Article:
Oil prices slip on latest Iran nuclear talks

Oil prices slip on latest Iran nuclear talks

MELBOURNE Oil prices dropped slightly on Tuesday on the latest progress in the talks to revive the 2015 Iran nuclear accord, which would clear the way to boost its crude exports in a tight market.

The price of crude oil fell 14 cents, or 0.1 per cent, to $96.51 a barrel at 0404 GMT, down a 1.8 per cent gain from the previous session.

U.S. West Texas Intermediate WTI crude futures declined by 16 cents, or 0.2 per cent, to $90.60 a barrel, after climbing 2 per cent in the previous session.

The possibility of a U.S. nuclear deal with Iran continues to hover over the market, ANZ Research analysts said in a note.

The final text to revive the 2015 Iran nuclear deal has to be put forward by the European Union on Monday, awaiting approval from Washington and Tehran. A senior EU official said that there was a possibility that Iran will increase oil exports within a few weeks, despite the uncertainty surrounding the resumption of Iran's oil exports.

He said Iran could boost its oil exports by 1 million -- 1.5 million barrels per day, or up to 1.5 per cent of global supply, in six months.

A revival of the 2015 nuclear agreement will likely see oil prices fall sharply, given markets don't believe a deal will be reached, Dhar said.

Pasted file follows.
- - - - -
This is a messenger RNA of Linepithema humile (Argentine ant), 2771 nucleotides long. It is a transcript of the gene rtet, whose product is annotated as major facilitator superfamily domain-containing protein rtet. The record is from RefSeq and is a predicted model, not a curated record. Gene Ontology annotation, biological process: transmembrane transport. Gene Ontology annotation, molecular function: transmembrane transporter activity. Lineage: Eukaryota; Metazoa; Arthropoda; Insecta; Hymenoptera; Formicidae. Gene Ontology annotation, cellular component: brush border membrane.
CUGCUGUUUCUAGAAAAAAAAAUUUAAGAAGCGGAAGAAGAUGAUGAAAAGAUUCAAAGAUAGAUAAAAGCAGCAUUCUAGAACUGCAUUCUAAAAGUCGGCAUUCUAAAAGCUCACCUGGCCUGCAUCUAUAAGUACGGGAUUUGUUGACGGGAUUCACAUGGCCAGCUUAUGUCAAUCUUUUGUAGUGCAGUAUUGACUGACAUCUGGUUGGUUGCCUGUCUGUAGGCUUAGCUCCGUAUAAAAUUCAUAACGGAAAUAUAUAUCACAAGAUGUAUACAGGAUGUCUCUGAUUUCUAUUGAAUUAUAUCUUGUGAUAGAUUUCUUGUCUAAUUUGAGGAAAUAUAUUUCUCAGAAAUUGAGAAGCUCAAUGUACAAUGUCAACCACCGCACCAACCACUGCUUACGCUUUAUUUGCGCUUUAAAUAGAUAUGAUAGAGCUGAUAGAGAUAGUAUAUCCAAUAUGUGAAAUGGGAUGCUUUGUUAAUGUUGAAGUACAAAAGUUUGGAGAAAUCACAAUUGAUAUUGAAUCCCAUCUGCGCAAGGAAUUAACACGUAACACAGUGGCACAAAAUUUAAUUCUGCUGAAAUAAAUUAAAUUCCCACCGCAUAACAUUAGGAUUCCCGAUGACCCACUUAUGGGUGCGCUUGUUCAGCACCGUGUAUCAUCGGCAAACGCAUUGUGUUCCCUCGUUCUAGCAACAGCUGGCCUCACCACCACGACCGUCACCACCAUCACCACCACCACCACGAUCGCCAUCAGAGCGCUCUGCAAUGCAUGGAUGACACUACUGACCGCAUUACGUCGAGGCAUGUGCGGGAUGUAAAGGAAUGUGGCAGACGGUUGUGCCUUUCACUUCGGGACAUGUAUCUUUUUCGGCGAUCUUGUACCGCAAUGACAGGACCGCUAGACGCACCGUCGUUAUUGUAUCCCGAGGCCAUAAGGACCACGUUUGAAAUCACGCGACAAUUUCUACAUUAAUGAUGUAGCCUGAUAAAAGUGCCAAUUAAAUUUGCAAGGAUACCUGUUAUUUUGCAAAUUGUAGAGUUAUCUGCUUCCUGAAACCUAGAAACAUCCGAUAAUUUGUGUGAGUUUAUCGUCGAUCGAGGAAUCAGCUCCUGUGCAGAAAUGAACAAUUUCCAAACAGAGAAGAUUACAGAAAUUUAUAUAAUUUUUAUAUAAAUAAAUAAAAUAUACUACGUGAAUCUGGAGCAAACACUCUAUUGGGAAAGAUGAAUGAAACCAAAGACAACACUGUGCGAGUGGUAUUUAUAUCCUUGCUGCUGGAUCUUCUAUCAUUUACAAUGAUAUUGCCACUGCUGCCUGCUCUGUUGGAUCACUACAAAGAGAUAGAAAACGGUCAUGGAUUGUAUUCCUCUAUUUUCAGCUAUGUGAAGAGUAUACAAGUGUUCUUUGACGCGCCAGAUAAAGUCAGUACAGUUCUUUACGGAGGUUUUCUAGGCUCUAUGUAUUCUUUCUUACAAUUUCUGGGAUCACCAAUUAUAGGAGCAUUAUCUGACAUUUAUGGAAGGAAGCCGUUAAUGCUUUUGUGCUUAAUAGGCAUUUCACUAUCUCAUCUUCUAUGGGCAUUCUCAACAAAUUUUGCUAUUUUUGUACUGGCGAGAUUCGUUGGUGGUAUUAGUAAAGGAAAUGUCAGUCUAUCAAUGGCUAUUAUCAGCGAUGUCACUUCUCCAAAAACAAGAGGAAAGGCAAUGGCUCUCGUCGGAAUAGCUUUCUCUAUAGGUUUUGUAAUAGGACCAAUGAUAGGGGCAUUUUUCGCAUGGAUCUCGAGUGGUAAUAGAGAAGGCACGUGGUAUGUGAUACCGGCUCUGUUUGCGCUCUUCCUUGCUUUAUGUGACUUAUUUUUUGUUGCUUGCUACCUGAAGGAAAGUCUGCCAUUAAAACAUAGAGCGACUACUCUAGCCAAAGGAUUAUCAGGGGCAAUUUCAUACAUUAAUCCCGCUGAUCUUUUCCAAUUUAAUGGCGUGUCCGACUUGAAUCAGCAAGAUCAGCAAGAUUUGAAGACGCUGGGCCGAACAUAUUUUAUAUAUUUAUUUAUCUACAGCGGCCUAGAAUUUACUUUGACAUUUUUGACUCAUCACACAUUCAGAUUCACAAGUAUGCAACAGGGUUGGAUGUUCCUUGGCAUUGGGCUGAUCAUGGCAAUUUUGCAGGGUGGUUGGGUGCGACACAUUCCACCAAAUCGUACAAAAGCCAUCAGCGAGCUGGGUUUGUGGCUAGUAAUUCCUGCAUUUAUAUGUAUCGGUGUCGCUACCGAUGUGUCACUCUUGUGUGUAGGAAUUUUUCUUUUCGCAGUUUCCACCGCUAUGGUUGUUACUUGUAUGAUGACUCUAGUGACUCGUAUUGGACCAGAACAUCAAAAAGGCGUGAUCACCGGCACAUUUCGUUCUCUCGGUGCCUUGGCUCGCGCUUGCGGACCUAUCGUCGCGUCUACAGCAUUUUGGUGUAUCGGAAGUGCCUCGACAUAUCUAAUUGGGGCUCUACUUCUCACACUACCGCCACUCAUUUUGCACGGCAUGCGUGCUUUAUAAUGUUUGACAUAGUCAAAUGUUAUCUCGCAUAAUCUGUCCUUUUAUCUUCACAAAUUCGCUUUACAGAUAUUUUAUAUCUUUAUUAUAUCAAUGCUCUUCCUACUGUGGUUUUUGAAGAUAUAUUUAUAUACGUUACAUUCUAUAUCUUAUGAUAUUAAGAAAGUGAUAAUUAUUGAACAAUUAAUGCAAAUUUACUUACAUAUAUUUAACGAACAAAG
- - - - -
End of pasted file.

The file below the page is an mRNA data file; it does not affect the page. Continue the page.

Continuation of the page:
After stronger than expected trade data from China on the weekend and the surprising acceleration in U.S. jobs growth in July, signs that demand may not be dented as much as feared are keeping a floor under the market for now.

Recently the oil market has been under pressure due to global recession fears, with Brent prices suffering their biggest weekly drop last week.

China, the world's largest crude oil importer, brought in 8.79 million barrels of crude per day in July, a decline of 9.5 per cent from a year ago, but up from June's import volumes, according to China's customs data.

On Tuesday, traders will be watching for weekly U.S. oil inventory data, first from the American Petroleum Institute and then the Energy Information Administration on Wednesday.

Five analysts said crude stockpiles fell by around 400,000 barrels and gasoline stockpiles declined by about 400,000 barrels in the week to Aug. 5, while distillate inventories, which include diesel and jet fuel, were unchanged.